16 Responses

  1. Mike
    Mike 29 February 2012 at 9:24 am |

    Got that too. Totally useless

  2. Super Duper Platinum
    Super Duper Platinum 29 February 2012 at 9:49 am |

    If they can’t offer anything, they shouldn’t have a rewards program. Don’t insult the intelligence of loyal users. Or offer them an actual incentive, like 5% off their next reservation, etc.

  3. Jimgotkp
    Jimgotkp 29 February 2012 at 11:04 am |

    Expedia has a pretty good program. Having worked at a property that had Expedia “VIP” benefits, I can vouch that it’s worth it. Expedia even sends out their employees to test whether or not properties are giving their customers the benefits while rating them.

  4. Explore
    Explore 29 February 2012 at 11:53 am |

    Thanks for the info on the hotels.com program in general. Good timing as the major chains’ programs become less rewarding (no more “stays count double” promos for elite status, and fewer promos applying to one-night stays).

    I do value hotel status as it increases the chance of a “best view” room, while the free internet and breakfast have tangible worth to me. Suites less so, but they do eliminate corridor noise.

  5. Vivek
    Vivek 29 February 2012 at 11:58 am |

    Agreed

  6. gobluetwo
    gobluetwo 29 February 2012 at 2:37 pm |

    Five Star members get HASSLE-FREE services. For everyone else, I guess that means it’s a hassle to get anything done?

  7. Cook
    Cook 29 February 2012 at 7:15 pm |

    Amen/Agreed. Especiall for personal travel in Europe, I much prefer the one-off guesthauses or hotels over the mega chains. WIth the little guys, it gets personl and quickly becomes fun. The better stays don’t take cards at all, let alone “Status Programs.” The difficulty is FINDING them. A very different world, but well worth the effort and the cash. These small hotels are a big part of personal travel in Europe – and always have been.

  8. Alex
    Alex 30 March 2012 at 5:59 am |

    I could not disagree more with all your comments.

    Just like you, I first thought Fivestar status (or Fivestar plus here for that matter) was a complete joke, well it’s not! I recently went on a 2 weeks trip with friends and made all the hotels reservations throught hotels.com.

    It is hard to make everyone happy and so it happened! some guys wanted to do an early check-out, whilst clearly not allowed as per the hotel policy but the Fivestar team made it work without a problem – even though, it was clearly pass the check-out deadline for that day (in the end, early check-out @3pm and full refund received).

    Also, I had to call to cancel non cancellable bookings many times and I never had a problem; they first state that the booking is non cancellable and then: “but as you are a loyal Fivestar customer, we will make an exception and refund you… bla bla”. Always very professional, polite and very very arranging.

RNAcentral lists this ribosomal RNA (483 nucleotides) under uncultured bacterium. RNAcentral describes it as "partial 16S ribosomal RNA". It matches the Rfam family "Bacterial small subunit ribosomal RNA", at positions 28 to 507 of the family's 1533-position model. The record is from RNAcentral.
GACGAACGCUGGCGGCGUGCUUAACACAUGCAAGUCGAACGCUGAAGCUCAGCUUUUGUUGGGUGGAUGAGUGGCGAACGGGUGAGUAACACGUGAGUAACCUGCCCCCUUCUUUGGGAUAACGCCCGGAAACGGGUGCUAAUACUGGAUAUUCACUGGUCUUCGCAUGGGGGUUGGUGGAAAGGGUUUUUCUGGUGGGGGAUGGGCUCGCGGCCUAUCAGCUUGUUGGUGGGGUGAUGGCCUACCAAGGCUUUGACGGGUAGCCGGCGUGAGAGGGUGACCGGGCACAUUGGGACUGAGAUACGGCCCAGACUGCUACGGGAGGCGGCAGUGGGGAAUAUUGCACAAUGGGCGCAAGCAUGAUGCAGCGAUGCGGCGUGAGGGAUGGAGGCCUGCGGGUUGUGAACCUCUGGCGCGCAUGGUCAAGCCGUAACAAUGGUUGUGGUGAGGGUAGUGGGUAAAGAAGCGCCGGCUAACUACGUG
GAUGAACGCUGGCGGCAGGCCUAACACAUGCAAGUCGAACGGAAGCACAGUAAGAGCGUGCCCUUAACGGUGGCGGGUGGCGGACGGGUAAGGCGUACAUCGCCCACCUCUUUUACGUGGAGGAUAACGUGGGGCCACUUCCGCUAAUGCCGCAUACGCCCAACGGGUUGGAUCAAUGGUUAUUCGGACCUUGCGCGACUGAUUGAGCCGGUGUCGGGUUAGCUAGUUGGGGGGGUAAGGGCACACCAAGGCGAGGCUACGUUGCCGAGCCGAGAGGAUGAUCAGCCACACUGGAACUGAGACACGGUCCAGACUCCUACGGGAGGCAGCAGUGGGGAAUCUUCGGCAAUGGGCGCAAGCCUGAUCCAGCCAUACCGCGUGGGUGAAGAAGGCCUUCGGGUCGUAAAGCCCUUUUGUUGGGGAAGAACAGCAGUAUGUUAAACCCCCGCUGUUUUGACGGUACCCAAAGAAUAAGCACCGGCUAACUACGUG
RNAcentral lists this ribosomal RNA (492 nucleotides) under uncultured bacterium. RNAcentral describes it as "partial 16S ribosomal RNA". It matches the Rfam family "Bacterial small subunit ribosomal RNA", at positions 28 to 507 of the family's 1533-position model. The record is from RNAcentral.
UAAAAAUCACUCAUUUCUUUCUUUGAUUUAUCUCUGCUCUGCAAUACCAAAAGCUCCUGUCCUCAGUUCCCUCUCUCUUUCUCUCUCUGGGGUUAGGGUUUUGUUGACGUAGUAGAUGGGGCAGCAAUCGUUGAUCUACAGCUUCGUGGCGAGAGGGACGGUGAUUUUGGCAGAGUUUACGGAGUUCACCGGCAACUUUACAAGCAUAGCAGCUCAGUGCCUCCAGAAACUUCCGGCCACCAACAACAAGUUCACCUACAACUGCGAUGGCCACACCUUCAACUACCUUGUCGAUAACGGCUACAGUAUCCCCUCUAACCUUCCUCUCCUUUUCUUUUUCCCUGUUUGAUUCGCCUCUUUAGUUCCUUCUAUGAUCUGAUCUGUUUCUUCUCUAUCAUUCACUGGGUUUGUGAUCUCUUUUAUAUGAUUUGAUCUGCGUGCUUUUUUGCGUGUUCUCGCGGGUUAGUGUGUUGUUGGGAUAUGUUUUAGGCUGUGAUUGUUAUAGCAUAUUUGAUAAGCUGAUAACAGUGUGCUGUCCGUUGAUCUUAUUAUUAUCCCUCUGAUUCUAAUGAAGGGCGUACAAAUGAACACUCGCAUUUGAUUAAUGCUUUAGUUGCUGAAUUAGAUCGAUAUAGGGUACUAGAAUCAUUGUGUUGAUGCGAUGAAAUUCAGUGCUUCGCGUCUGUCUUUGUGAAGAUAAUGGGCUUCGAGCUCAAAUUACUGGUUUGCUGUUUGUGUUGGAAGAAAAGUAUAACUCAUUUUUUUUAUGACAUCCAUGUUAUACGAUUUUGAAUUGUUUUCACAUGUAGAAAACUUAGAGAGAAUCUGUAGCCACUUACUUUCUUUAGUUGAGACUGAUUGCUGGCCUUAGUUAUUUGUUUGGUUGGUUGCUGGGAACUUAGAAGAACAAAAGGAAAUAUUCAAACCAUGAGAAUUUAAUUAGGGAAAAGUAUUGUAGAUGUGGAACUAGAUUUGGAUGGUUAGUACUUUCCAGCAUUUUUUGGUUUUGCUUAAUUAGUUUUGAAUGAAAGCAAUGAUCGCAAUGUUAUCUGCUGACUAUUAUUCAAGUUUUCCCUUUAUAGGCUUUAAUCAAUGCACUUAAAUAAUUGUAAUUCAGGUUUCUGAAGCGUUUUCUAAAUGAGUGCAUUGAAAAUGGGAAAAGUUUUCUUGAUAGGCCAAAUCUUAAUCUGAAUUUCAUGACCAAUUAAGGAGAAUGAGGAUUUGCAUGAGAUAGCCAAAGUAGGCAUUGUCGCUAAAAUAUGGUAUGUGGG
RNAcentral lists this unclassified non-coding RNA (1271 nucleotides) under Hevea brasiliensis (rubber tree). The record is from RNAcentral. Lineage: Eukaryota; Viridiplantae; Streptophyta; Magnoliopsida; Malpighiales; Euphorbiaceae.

Another time, we had 5 rooms booked for 3 nights in a hotel and it was fully booked, I could not rebook for 1 night only (as our plans had changed) and cancel the old reservations. In one phone call, all arranged, but as there was no inventory for the “standard rooms”, everyone was upgraded to junior suites.

    I am a Fivestar plus memeber and very glad to be. The only joke about this program is how easy it is to qualify!

  9. Niel
    Niel 2 September 2012 at 10:46 am |

    I agree the status benefit statement appears to offer the same to non-status users. My FIVESTAR+ status has proven invaluable… Definitely NOT worthless. The dedicated, US-based FIVESTAR+ team (their standard customer service call center is in the Phillippines, and they’re not empowered to do much) has helped me cancel non-refundable rooms, change reservations in sellout conditions, and much more. Every time I’ve needed help, they’ve answered and resolved brilliantly.

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  11. Don
    Don 2 November 2012 at 1:27 pm |

    I had horrible experiences with hotels.com in the past
    I am scared to use them for anything
    And one would have to face the awful contact center outside the US until you become elite
    Thanks but no thanks
    I’d rather drown using direct booking chanels then try and deal with these crooks

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  13. JJ
    JJ 16 December 2012 at 10:42 pm |

    I agree with Alex. I’m guessing they don’t want to advertise this too much because they don’t want people to abuse it (and presumably there is some limit), but if you have “status” with Hotels.com, they will waive a certain number of cancellation fees for you and pay the fee themselves even if the hotel refuses to allow cancellation. You also supposedly get a slightly better customer service rep.

    It’s not huge, but I do think it’s a fairly valuable benefit, considering that (at least at some hotels) you can still get whatever rewards the hotel offers for your booking. I don’t really stay at the same chain all the time, so this is a helpful benefit for me.

  14. JR
    JR 13 June 2013 at 10:47 am |

    Agree that the “above and beyond” benefits of Gold are a joke. Too bad they wasted $$$ on all the marketing materials for the program. (Oh, and you actually do get customer service– as opposed to the unwashed masses who do not.) WR’s 10% credit toward a future reservation is still decent, but I do miss the days when the not-too-business-savvy creators gave you a free room(up to $450) after 10 stays that was not based on what you actually spent.

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